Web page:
To be “lost in the weeds” is to be so caught up in minor detail as to completely miss the point.
Imagine two people getting a once-in-a-lifetime opportunity to see the Mona Lisa at the Louvre Museum.
One person spends this opportunity scanning the painting while admiring da Vinci’s creation; the other person spends their opportunity leaning slightly forward with their eyebrows curled and their eyes fixated on a piece of lint sitting on the edge of the canvas.
Both are facing the painting for the first and last time, yet only one will walk away actually having seen it.
To hold a magnifying glass up to any issue in life that will not matter in the grand scheme is to effectively be the person fixated on the piece of lint — to see something but, tragically, to not ever see the thing.
There is no shortage of weeds begging for your attention — little problems that feel big here, minor grievances that seem major there.
To suspend the illusion that a weed is somehow more important than it actually is, you need only ask yourself: “how much is this thing that I’m giving so much of my limited attention to really going to matter in the long run?”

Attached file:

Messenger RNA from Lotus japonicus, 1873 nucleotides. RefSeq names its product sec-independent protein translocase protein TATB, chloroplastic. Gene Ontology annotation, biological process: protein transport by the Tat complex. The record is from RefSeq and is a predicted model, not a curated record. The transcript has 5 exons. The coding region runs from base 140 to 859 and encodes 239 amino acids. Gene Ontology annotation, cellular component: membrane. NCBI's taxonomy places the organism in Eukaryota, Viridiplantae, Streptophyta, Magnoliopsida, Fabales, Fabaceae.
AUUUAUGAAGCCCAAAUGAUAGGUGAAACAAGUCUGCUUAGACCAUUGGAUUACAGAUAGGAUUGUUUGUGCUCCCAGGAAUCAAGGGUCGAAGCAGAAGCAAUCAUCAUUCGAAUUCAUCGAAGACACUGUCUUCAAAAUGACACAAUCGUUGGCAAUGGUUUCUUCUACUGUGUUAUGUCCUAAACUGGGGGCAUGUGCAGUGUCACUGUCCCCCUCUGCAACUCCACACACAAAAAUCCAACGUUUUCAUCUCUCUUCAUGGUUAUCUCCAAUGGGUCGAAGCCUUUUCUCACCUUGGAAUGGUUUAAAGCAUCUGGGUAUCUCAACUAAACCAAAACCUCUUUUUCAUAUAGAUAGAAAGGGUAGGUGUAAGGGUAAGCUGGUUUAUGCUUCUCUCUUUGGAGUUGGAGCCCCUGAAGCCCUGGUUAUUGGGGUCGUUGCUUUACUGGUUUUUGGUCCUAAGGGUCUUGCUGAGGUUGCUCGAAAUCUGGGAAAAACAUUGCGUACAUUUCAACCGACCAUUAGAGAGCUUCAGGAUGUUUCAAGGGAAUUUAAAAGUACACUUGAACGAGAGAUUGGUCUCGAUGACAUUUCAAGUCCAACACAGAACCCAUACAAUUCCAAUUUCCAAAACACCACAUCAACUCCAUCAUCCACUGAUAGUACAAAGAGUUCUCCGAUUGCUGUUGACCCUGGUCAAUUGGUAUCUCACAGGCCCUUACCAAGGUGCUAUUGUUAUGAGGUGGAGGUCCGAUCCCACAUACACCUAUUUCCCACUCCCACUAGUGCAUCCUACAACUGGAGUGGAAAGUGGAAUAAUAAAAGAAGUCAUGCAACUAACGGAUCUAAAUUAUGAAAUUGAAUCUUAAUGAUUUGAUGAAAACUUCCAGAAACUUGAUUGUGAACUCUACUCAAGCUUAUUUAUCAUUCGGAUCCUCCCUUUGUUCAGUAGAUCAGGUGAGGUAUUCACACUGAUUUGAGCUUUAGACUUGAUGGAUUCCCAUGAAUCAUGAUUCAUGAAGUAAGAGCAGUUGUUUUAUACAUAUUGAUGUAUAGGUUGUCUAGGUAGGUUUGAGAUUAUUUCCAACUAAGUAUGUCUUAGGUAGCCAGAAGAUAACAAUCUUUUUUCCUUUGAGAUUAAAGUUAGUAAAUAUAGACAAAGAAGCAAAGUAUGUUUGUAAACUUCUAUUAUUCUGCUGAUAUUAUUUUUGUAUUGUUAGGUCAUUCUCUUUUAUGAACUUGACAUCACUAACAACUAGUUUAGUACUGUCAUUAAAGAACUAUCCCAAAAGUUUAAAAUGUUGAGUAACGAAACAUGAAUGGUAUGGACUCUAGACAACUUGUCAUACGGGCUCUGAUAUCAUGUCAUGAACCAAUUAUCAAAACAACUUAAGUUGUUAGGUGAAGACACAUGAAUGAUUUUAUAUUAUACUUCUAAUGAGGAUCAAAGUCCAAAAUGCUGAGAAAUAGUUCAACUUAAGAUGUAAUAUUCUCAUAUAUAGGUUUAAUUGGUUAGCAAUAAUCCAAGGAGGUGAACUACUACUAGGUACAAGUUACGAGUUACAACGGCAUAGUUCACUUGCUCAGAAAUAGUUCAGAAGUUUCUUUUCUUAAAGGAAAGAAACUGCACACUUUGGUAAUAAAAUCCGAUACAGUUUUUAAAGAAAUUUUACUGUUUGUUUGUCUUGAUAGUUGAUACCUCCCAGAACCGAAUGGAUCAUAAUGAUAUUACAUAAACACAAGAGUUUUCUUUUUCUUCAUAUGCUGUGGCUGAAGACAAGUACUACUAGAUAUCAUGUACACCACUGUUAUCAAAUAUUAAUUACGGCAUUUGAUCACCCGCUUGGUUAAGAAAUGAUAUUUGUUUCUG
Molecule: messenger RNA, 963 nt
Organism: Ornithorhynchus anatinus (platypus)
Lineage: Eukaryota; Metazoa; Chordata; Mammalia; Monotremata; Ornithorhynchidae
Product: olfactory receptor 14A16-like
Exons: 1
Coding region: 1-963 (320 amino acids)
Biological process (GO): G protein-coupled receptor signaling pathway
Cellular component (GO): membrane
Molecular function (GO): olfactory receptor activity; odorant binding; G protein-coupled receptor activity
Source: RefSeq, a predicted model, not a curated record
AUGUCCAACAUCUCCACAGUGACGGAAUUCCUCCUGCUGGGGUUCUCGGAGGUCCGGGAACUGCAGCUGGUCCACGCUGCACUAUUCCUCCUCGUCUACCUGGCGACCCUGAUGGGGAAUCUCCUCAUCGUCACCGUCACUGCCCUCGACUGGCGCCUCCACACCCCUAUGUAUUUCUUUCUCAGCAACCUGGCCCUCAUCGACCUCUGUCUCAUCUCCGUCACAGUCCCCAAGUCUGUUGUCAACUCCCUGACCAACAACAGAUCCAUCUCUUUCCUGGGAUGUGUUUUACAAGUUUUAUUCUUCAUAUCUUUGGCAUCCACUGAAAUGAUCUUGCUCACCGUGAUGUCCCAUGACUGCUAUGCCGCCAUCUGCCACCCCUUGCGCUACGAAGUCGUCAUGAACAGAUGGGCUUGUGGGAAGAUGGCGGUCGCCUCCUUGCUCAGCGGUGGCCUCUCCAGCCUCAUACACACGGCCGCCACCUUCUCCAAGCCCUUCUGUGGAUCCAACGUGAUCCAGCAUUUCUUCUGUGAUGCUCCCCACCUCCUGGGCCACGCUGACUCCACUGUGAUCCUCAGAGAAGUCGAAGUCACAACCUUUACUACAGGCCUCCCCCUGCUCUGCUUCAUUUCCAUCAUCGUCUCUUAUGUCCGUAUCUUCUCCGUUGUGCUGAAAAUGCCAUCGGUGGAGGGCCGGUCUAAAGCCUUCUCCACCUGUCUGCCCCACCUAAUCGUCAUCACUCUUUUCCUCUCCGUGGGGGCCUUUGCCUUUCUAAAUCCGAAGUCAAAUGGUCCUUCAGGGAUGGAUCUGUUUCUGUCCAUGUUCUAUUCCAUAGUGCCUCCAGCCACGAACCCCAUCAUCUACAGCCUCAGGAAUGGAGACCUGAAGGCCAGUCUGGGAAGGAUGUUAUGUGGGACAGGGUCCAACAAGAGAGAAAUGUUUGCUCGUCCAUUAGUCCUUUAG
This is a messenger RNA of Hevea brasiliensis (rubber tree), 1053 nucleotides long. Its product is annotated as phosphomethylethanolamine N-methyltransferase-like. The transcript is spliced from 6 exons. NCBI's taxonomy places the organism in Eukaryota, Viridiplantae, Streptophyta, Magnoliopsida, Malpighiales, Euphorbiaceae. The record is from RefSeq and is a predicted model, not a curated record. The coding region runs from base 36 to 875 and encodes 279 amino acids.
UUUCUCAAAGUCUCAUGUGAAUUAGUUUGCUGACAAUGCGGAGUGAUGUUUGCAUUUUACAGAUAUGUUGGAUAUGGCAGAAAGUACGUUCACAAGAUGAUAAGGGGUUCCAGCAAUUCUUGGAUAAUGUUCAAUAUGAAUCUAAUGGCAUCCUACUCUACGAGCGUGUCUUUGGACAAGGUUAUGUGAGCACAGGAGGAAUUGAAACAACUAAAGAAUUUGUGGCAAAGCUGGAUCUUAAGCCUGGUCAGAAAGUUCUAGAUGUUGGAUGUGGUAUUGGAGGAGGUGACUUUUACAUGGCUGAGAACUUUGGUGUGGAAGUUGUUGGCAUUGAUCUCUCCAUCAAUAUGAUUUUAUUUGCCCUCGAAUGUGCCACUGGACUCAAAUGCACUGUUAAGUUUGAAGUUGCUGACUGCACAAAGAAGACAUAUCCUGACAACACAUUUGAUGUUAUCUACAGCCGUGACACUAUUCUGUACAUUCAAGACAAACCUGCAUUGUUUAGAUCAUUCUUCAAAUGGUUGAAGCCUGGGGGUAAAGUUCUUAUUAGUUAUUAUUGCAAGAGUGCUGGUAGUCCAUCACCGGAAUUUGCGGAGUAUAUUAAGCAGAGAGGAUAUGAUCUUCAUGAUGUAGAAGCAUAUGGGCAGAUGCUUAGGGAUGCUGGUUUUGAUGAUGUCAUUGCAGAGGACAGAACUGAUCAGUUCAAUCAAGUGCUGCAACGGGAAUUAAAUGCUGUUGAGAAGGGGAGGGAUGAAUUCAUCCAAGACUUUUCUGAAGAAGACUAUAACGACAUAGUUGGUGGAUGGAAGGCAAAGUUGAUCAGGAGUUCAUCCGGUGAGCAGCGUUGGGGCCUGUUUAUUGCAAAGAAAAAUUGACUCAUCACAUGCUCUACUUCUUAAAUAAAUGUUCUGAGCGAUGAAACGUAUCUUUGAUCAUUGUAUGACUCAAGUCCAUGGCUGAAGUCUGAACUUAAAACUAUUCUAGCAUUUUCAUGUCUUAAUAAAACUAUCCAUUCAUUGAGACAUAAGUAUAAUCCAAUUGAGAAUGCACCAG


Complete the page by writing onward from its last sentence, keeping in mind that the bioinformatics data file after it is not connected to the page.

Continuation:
Then and only then does the bigger picture begin to reveal itself:
Right now you are an active participant in this miraculous thing called life with a bunch of other people for a remarkably thin sliver of time.
Every day is an opportunity to try, break, and make things — to become something.
These days eventually run out, which means the days you do get — like this one — are worth their weight in gold.
The perspective you choose to maintain & the actions you choose to take will determine whether this day — and every day after it — is something tragically wasted over meaningless stuff or something beautiful and meaningful.